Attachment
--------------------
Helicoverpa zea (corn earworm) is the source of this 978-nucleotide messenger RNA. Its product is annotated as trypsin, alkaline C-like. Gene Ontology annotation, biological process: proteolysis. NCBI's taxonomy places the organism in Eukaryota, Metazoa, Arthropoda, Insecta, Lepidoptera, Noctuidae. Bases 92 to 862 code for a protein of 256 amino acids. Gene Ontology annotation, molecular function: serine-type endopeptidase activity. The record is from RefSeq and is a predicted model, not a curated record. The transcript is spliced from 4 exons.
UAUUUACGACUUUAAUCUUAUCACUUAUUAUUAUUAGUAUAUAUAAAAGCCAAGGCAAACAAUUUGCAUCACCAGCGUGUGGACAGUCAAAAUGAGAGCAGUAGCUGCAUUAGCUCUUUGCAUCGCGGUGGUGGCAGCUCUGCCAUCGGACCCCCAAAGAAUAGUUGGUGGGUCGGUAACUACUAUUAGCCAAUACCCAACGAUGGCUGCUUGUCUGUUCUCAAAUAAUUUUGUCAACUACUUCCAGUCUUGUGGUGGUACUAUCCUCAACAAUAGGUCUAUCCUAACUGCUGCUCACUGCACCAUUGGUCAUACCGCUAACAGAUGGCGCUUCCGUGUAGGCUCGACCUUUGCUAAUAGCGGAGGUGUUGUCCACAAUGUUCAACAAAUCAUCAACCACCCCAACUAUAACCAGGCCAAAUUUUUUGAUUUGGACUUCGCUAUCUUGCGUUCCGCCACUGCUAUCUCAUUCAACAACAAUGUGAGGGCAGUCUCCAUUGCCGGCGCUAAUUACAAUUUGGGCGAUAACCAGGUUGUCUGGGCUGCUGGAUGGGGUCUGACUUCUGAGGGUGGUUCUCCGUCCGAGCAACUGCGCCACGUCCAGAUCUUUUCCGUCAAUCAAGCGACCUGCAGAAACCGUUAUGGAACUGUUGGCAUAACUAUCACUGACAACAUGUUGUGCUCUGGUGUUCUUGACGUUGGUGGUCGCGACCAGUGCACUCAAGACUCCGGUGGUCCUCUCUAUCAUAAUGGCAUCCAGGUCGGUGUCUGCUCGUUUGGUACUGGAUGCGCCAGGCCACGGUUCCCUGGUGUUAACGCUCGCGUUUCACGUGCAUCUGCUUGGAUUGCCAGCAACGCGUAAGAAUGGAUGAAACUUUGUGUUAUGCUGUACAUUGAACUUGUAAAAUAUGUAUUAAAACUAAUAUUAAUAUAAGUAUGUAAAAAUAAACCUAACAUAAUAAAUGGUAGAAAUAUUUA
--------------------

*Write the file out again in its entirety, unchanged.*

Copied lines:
Helicoverpa zea (corn earworm) is the source of this 978-nucleotide messenger RNA. Its product is annotated as trypsin, alkaline C-like. Gene Ontology annotation, biological process: proteolysis. NCBI's taxonomy places the organism in Eukaryota, Metazoa, Arthropoda, Insecta, Lepidoptera, Noctuidae. Bases 92 to 862 code for a protein of 256 amino acids. Gene Ontology annotation, molecular function: serine-type endopeptidase activity. The record is from RefSeq and is a predicted model, not a curated record. The transcript is spliced from 4 exons.
UAUUUACGACUUUAAUCUUAUCACUUAUUAUUAUUAGUAUAUAUAAAAGCCAAGGCAAACAAUUUGCAUCACCAGCGUGUGGACAGUCAAAAUGAGAGCAGUAGCUGCAUUAGCUCUUUGCAUCGCGGUGGUGGCAGCUCUGCCAUCGGACCCCCAAAGAAUAGUUGGUGGGUCGGUAACUACUAUUAGCCAAUACCCAACGAUGGCUGCUUGUCUGUUCUCAAAUAAUUUUGUCAACUACUUCCAGUCUUGUGGUGGUACUAUCCUCAACAAUAGGUCUAUCCUAACUGCUGCUCACUGCACCAUUGGUCAUACCGCUAACAGAUGGCGCUUCCGUGUAGGCUCGACCUUUGCUAAUAGCGGAGGUGUUGUCCACAAUGUUCAACAAAUCAUCAACCACCCCAACUAUAACCAGGCCAAAUUUUUUGAUUUGGACUUCGCUAUCUUGCGUUCCGCCACUGCUAUCUCAUUCAACAACAAUGUGAGGGCAGUCUCCAUUGCCGGCGCUAAUUACAAUUUGGGCGAUAACCAGGUUGUCUGGGCUGCUGGAUGGGGUCUGACUUCUGAGGGUGGUUCUCCGUCCGAGCAACUGCGCCACGUCCAGAUCUUUUCCGUCAAUCAAGCGACCUGCAGAAACCGUUAUGGAACUGUUGGCAUAACUAUCACUGACAACAUGUUGUGCUCUGGUGUUCUUGACGUUGGUGGUCGCGACCAGUGCACUCAAGACUCCGGUGGUCCUCUCUAUCAUAAUGGCAUCCAGGUCGGUGUCUGCUCGUUUGGUACUGGAUGCGCCAGGCCACGGUUCCCUGGUGUUAACGCUCGCGUUUCACGUGCAUCUGCUUGGAUUGCCAGCAACGCGUAAGAAUGGAUGAAACUUUGUGUUAUGCUGUACAUUGAACUUGUAAAAUAUGUAUUAAAACUAAUAUUAAUAUAAGUAUGUAAAAAUAAACCUAACAUAAUAAAUGGUAGAAAUAUUUA